Without a doubt the recent March For Our Lives in Washington by an estimated crowd of 800,000 teenagers to protest the sale of automatic weapons to the clinically deranged who seem to be targeting schools brings us all hope. The protest is part of the efforts initiated by survivors of the horrific shooting at Stoneman Douglas High School in Parkland, Florida. That movement, which seems be gathering force, is determined to take on the NRA and others who are making a fortune from selling guns to those clinically deranged shooters — and the politicians who refuse to take meaningful steps to stop the carnage.
We must all be hopeful. But at the same time, we need to keep our balance so we don’t find ourselves vacillating between hope and a despair that so often results in cynicism. Think back to the 1960s when the young took on the “establishment” only to later become Yuppies worried about their promised pay raise so they could make the payment on the Volvo. The only real result of that movement was the elimination of history from college curricula — thought to be “irrelevant.” We must remain hopeful about this latest movement, which is clearly becoming a serious player in national politics, while at the same time we maintain our perspective.
The problem with such movements is not at the start. It is in maintaining the momentum when inertia sets in. After the initial enthusiasm (and clearly many of these young people are just along for the ride, having a picnic and drawing attention to themselves) there will come the inevitable let-down. That’s when the real work begins. The fight against powerful opponents like the NRA, the corrupt politicians, and the gun manufacturers who support them will be anything but a picnic: it will take courage, hard work and determination. And, given the typical American’s short attention span, concern about the Cause will have drifted off somewhere else. Once the lights and cameras are no longer looking at these kids themselves many will have lost interest and the few will have to find within themselves the strength and determination to push on and persist.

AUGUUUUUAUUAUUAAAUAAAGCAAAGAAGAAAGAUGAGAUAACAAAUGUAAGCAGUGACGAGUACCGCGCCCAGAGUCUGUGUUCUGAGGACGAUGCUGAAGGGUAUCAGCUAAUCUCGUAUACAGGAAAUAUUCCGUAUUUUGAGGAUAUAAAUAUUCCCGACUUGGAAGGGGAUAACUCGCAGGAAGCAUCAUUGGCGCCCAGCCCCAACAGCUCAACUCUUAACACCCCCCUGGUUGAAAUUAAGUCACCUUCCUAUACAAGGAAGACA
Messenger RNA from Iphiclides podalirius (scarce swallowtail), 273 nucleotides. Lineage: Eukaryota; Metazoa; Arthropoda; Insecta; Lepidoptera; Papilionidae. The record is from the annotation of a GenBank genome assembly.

Because their cause is most just and worthy of success, I do not mean to disparage the effort of those amazing kids, many of whom were witnesses to the terrible events at their high school. But for so many followers it is mere hear-say, stories they have read on their iPads and stories that will soon be replaced by others less compelling but more current. And, as we know, the latest is always the most attention-grabbing. Let’s hope the kids at the core of this movement can continue to hold their ground, maintain their focus and determination to bring about results that will at the very least slow down the freight train of destruction that is clearly our of control — or at least in the control of those whose only objectives are profit and power, which amounts to the same thing.
No one who urges common sense in the insane war against automatic weapons wants to take all guns out the hands of hunters and those who are in need of self-protection. Many have even read the Second Amendment and realize that it was designed to protect the rights of the militia, not the so-called “right” to bear automatic weapons. But the freight train has considerable momentum, and it is powered by seemingly limitless funding and the fear of timid politicians who worry that if they take on the freight train themselves they will lose their well-paying jobs and actually have to find honest work. So the fight will be long and difficult. But these kids certainly have the right idea and it is impossible not to wish them well and hope that their fight is a successful one.